One hundred and twenty guests had been waiting to see her walk down the aisle on her brother-in-law Tim’s arm. A classical chamber ensemble had been running through the music Livie had chosen as a prelude to the actual wedding march. She would never hear Debussy’s Clair de Lune without it elevating her heart rate.
Her gown now lay underneath Mrs. Rodriguez’s koi pond, the first one Livie ever installed. She’d cut up the silk petticoat and pieced a darling baby quilt appliquéd with a plethora of blue velvet zoo animals for her nephew Zachary, Kat’s youngest, when he’d been born three years ago. He still dragged it around. Livie’d given her tiara to Stella at the same time so she wouldn’t feel deprived. Whether or not the glittery crown was a suitable accessory for a favorite pink tutu depended on how regal Stella was feeling in the moment.
Other monogrammed pieces of Livie’s trousseau were scattered in gardens around the countryside. Sixteen embossed linen napkins kept the ground soggy underneath Mrs. Teasdale’s clump of bog orchids and the heavy table cloth that matched them supported a bed of granite chips at the base of the fountain in front of Mitchell and Vaughn’s Funeral Home in town. The fountain was comprised of a group of cavorting nude water nymphs, which Livie thought was an odd choice for a funeral home, but then Hamp Mitchell was a little odd anyway.
Several bed sheets, Egyptian cotton, king-size, 300 thread count, also monogrammed, underlay Livie’s own koi pond. She’d donated her wedding china and silver privately to the local battered woman’s shelter. It had suited her to recycle the gifts that her guests hadn’t allowed her to return.
She would have buried her heart if she could have.
Livie pushed her thumb hard under the flap, opening a ragged seam. She took out the single sheet of paper and unfolded it. Besides the opening address, Dear Livie, there were two words, I’m sorry.
For a moment the world stopped. Her breath caught; her hand rose to her throat and she examined the shadowy corners of her bedroom as if she might see Cotton there.
As if he might step into the light.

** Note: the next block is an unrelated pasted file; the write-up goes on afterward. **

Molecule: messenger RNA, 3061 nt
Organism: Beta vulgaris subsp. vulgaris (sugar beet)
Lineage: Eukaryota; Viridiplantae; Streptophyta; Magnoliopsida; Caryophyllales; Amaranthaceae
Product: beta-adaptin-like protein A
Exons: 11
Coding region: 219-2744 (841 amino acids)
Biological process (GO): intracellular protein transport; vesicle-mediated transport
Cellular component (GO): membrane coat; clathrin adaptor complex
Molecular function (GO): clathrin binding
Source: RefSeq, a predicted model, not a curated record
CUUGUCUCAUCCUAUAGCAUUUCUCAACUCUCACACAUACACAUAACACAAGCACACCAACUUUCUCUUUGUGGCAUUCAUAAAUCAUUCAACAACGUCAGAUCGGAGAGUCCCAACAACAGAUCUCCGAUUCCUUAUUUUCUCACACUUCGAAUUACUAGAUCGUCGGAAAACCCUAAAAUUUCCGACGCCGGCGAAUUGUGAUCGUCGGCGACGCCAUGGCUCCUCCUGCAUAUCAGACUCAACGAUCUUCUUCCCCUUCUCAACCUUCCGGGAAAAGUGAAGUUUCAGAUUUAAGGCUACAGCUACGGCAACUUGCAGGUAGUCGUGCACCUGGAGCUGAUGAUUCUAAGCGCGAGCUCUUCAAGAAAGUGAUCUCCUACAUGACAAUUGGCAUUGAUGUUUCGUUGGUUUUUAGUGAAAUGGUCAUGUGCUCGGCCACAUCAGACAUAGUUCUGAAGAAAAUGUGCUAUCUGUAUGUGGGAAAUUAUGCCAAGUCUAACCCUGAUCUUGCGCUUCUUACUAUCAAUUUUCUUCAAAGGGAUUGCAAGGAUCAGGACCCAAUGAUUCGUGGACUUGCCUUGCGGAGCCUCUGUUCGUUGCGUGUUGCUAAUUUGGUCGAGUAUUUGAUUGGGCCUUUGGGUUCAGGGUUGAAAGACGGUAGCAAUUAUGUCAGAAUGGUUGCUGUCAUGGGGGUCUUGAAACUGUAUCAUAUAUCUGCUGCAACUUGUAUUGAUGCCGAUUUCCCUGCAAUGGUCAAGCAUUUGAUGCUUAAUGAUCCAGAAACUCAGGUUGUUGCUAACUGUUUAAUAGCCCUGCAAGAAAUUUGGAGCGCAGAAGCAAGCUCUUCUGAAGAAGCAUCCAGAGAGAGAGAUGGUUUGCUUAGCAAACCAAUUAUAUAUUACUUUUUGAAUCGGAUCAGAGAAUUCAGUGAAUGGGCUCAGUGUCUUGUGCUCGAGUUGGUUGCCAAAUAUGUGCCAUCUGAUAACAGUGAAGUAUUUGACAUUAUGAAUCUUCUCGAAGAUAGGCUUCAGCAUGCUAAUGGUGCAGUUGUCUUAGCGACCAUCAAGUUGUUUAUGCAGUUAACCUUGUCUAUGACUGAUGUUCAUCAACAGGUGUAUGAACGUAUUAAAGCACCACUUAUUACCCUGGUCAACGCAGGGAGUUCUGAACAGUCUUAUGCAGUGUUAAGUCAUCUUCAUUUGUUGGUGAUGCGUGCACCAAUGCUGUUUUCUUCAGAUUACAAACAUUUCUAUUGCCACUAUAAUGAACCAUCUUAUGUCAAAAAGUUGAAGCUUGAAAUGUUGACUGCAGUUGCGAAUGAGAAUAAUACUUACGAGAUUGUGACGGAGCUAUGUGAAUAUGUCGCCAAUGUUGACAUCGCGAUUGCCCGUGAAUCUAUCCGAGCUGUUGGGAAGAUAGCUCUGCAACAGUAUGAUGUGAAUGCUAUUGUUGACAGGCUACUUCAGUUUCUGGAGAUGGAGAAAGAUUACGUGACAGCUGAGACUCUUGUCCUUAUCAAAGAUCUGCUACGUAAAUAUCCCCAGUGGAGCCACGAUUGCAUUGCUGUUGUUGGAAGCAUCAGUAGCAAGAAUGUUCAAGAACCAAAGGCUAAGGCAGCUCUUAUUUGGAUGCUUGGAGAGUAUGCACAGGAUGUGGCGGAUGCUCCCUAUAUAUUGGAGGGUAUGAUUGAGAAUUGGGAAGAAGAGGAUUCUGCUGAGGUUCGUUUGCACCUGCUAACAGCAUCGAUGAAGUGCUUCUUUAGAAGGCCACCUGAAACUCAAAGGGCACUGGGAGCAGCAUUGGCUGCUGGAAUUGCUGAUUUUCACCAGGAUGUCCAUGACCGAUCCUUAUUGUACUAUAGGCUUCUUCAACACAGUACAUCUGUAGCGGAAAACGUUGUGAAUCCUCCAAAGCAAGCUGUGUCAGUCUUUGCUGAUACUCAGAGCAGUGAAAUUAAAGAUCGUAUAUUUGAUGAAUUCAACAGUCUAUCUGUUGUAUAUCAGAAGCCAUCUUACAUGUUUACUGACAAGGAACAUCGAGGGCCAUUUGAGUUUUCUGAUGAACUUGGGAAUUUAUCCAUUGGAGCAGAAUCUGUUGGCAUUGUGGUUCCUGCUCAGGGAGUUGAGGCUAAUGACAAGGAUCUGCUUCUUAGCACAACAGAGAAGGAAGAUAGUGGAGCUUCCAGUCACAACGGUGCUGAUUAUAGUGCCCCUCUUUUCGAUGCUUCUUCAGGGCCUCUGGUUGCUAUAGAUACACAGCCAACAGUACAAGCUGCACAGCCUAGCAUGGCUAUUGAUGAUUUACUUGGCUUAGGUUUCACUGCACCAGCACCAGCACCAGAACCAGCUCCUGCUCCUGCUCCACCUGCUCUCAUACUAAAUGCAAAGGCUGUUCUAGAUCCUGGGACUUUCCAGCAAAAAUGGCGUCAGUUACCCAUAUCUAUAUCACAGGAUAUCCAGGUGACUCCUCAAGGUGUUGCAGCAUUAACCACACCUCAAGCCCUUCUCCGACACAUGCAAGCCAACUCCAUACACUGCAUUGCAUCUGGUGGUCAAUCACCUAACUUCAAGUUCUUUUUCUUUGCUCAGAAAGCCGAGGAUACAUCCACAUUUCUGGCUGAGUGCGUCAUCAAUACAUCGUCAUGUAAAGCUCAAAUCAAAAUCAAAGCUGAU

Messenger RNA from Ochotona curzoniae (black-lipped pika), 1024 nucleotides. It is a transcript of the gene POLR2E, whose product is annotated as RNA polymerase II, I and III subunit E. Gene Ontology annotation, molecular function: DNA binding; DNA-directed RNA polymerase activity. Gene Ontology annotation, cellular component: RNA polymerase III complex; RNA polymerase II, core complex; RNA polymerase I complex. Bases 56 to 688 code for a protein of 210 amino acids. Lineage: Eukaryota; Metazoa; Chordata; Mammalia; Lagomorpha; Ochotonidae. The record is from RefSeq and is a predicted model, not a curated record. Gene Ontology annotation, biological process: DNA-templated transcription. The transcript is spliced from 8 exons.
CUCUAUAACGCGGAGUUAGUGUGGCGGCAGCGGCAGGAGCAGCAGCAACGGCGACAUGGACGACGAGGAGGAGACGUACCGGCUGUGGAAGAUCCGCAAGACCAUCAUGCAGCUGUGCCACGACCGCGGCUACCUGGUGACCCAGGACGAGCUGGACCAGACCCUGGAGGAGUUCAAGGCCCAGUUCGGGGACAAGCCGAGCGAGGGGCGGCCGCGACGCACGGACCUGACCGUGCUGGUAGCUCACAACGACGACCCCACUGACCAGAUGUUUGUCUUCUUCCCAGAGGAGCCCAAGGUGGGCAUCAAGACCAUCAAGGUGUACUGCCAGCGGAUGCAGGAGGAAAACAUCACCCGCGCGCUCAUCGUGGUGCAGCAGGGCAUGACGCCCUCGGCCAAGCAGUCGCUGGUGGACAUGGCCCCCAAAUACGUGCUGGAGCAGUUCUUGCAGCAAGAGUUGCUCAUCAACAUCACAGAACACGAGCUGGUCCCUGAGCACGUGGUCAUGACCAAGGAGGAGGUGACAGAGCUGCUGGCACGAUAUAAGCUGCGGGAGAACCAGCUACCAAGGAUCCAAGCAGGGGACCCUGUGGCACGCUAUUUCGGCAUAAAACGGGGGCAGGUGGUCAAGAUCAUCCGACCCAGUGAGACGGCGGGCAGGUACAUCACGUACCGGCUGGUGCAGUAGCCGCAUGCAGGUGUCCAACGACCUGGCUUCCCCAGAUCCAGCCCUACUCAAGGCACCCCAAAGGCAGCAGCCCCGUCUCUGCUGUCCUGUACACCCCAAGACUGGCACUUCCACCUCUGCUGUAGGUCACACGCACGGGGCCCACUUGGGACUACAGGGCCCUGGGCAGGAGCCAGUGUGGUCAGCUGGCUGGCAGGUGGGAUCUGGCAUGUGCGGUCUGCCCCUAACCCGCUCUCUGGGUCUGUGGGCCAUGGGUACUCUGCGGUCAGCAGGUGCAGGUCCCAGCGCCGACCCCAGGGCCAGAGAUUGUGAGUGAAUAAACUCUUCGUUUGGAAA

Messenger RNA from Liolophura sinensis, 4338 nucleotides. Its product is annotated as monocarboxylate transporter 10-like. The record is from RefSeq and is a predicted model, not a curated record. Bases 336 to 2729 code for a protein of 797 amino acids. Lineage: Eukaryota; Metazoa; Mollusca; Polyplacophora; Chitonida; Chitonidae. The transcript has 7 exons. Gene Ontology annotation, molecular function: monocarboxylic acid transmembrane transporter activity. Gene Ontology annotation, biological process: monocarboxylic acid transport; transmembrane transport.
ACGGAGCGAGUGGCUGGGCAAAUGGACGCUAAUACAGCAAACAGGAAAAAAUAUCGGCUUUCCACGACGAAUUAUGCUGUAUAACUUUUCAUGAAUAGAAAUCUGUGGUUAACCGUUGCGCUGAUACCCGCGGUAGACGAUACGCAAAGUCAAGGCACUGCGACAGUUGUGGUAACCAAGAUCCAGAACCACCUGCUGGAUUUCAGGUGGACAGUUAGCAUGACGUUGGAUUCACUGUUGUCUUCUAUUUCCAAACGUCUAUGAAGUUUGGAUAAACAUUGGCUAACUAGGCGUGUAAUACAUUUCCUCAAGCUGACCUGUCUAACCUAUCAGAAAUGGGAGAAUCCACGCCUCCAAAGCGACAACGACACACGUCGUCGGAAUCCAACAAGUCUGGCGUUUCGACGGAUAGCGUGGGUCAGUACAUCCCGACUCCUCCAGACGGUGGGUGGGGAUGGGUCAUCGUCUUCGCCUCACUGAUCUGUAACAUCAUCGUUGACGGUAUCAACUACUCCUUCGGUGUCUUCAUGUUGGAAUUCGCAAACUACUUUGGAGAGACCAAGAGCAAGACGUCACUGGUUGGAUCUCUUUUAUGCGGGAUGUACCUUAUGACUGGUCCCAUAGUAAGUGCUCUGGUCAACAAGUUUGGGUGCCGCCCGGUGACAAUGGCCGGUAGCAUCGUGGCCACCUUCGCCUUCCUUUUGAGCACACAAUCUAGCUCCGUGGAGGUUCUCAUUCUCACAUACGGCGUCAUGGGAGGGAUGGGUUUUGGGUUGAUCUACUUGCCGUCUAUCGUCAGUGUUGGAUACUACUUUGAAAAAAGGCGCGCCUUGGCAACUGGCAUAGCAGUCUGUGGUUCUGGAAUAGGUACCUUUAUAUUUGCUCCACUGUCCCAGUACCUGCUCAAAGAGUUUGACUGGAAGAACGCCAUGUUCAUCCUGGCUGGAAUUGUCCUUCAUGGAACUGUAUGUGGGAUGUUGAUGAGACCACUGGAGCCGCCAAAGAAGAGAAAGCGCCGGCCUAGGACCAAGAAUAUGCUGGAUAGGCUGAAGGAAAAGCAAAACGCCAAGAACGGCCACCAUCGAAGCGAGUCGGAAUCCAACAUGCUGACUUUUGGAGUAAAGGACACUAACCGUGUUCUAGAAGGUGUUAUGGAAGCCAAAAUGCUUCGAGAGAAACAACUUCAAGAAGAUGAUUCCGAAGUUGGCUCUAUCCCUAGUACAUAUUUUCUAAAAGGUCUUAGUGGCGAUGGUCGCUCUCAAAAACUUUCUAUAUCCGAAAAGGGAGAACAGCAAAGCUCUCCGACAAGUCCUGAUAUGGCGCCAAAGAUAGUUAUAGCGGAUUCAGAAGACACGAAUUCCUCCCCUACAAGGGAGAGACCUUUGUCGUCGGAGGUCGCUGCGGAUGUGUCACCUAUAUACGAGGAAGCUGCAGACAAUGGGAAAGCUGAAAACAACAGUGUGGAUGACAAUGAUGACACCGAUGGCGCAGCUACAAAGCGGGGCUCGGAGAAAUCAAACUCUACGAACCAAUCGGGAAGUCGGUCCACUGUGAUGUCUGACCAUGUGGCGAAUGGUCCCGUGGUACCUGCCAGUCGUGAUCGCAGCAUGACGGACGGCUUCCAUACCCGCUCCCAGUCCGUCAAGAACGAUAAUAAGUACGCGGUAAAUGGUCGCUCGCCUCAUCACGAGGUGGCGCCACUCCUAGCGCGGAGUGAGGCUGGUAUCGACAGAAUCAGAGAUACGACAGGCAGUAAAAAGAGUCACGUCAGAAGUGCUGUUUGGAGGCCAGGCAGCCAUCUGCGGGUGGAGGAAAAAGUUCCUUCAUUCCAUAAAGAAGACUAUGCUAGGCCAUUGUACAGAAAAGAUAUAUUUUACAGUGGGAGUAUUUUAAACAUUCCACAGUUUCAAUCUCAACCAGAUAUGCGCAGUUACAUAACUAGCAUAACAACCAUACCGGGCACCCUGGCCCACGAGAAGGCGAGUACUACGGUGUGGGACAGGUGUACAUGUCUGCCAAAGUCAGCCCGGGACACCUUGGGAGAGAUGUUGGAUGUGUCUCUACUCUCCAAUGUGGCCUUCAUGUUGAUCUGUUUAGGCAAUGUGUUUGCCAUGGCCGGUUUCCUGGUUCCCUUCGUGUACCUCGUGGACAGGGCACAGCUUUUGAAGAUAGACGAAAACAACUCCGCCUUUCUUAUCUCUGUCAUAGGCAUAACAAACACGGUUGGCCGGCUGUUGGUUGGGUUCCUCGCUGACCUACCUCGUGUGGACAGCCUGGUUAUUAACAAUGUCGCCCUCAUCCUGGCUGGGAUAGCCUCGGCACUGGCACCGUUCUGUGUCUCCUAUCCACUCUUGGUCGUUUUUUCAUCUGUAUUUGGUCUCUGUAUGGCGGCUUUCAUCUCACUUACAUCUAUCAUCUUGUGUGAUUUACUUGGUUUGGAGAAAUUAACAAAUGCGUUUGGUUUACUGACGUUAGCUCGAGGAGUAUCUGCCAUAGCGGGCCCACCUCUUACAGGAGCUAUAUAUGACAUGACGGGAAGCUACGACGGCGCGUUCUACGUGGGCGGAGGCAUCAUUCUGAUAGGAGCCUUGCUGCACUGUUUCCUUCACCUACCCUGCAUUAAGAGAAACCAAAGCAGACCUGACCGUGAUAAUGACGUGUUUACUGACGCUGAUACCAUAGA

The sun was up, a bright yellow disc crayoned into a bold stripe of blue sky and Livie was standing at the kitchen sink eating a bowl of cereal when she heard Charlie’s truck rattle into the driveway, then the scrape of his boot heels on the back porch.
“Livie, gal, you decent?” He always checked even though he knew from countless other mornings that she was.
“I am,” Livie answered.
“It’s nice out this morning. Good and dry.” Charlie found a mug, poured his coffee. “At least the weather’s cooperating.”
“Dexter’s already called and left a message.”
“He say what he wanted?”
“No, and I haven’t called him back. It’ll be some alteration, widen this, don’t plant that.” Livie dropped her spoon into her cereal bowl. She encountered Charlie’s glance, that hovering question. Scooted her eyes past him. But no, she couldn’t let it go on. “Look,” she blurted the word, “I know you aren’t happy about leaving me at Bo Jangles the other night.”
Charlie shot her a glance from under his brow. “You got home okay, that’s the important thing. I guess Joe brought you.”
She looked at the toes of her sneakers. Joe. His last name eluded her if he’d even told her what it was. What she did remember, vividly, mortifyingly, was waking up on Saturday morning with a huge headache to find herself naked in Joe’s bed. She’d left while he was in the shower, called a cab from the doughnut shop in a nearby strip center, then prayed all the way home Charlie wouldn’t catch her, that she wouldn’t be forced to explain. She was awfully afraid she would have lied, then she’d have hated herself even more.
“I just haven’t ever known you to drink so much,” he said.
“I don’t usually.” I don’t know what got into me. Livie could have said that, too . . . except she did know. It happened sometimes, but not in a long while. She set her spoon on the other side of her bowl.
Charlie leaned against the counter, drinking his coffee. Waiting.
Livie felt it. She cleared her throat. “You know Dexter wants to open by Labor Day, but if we have to continually pull out everything and redo it, we’ll be lucky to make it by Christmas.”
“I’ll talk to him,” Charlie said.
A dog barked in the distance and Livie thought of Razz. She hoped so much that he’d lived, that he’d made it through the night. She glanced at Charlie. “I appreciate that you were concerned about me.”
“You’re not mad?”
“No, you were just being considerate.”
Charlie looked relieved.
She put her bowl down in the sink, turned on the tap. “I opened the letter,” she said over the sound of the water.
“Was it from Cotton?”
“Uh-huh. It’s there on the island. You can look at it, if you want to.”
Livie turned off the tap and watched her motley crew of hens through the window, a collection of Barred Rocks, Silver Polish, White Leghorns, and her favorite Araucanas, peck at the feed she’d scattered for them earlier. The wind was out of the east, full of itself, blowing spring across the pasture where the honeysuckle bloomed wild along the fence. The air through the open window was so deliciously scented, it made her knees weak, made her think of Cotton and one long ago afternoon. . . .